self.ibus.adr.eq(i_adr_o[2:]),
            self.dbus.adr.eq(d_adr_o[2:])
        ]

        # add Verilog sources
        vdir = os.path.join(
            os.path.abspath(os.path.dirname(__file__)),
            "mor1kx", "rtl", "verilog")
        platform.add_source_dir(vdir)
        platform.add_verilog_include_path(vdir)

SoC gateware

The overall architecture of the SoC can be seen on this wonderful diagram:

Simple SoC
 +----------+   +-----------------+
 |          |   |     Wishbone    |
 | CPU core +---+    arbiter &    |
 |          |   |     decoder     |
 +----------+   +-+------+------+-+
                  |      |      |
         +--------+-+ +--+---+ ++-----+ +-----+
         | 256B RAM | | LEDs | | UART +-+ PHY |
         +----------+ +------+ +------+ +-----+

The full code can be downloaded; I will describe it part-by-part here.

Digression: the Wishbone bus

All of the components in this SoC are connected using the Wishbone bus, which is actually fairly simple as far as buses go, but it has a number of signals that are dazzling at first, and the specification is very obtuse and probably creates more confusion than it solves.

When implementing a typical I/O peripheral (without any wait states and without support for any but word granularity access) in Migen, the following list can be used as a reference:

  • The rst and clk inputs are implicit as a part of the clock domain and not part of the Wishbone interface in Migen;
  • The cyc and stb inputs, when asserted together, indicate that there is a valid bus cycle and this peripheral is selected;
  • The adr input is the address of the access; it has the granularity of bus width and includes every bit even if it’s already partially decoded by the arbiter. For example, if a CPU is accessing the address 0x10001000 and a peripheral is mapped with a base address 0x10000000 on a 32-bit Wishbone bus, the peripheral will observe adr == 0x04000400.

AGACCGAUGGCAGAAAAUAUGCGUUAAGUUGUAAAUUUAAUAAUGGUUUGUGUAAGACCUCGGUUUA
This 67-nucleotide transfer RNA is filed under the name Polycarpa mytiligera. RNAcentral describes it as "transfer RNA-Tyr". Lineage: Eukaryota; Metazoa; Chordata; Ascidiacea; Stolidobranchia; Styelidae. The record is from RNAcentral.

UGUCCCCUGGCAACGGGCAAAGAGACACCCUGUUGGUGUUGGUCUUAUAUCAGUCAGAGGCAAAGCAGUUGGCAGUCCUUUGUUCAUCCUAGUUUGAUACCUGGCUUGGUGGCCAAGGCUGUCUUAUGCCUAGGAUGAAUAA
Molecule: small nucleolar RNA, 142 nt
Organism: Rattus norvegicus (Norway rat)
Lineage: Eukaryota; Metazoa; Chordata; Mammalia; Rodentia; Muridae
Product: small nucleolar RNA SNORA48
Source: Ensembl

• The dat_r output is the word being read from the peripheral; since its value does not affect anything when the peripheral is not selected, it can (and should, for simplicity) be updated regardless of whether there is a bus cycle.
  • The dat_w input is the word being written into the peripheral, and we is the write enable strobe; dat_w is only valid when all of cyc, stb and we are asserted.
  • The ack output should be asserted once a transaction successfully completes, i.e. in response to cyc and stb being asserted.
  • The err output can be asserted to abort the transaction; this will raise a bus error exception or the like.
  • The cti and bte signals are related to burst transfers and can be ignored.

The peripheral should also use registered feedback, i.e. the dat_r, ack and (if any) err outputs should be asserted through combinatorial logic. This improves timing closure, since in this case accesses take two cycles instead of one, but the critical path for the Wishbone bus includes only signals in that bus, and not the rest of your design also.

GPIO peripheral

The GPIO peripheral maps consecutive 32-bit write-only registers (with one bit used) to the output array, of no more than 8 outputs:

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class SimpleGPIO(Module):
    def __init__(self, outputs):
        self.bus = bus = wishbone.Interface()

        ###

        self.sync += [
            bus.ack.eq(0),
            If(bus.cyc & bus.stb & ~bus.ack,
                bus.ack.eq(1),
                If(bus.we,
                    Array(outputs)[bus.adr & 0x3].eq(bus.dat_w[0])
                )
            )
        ]

Note this basic pattern:

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self.sync += [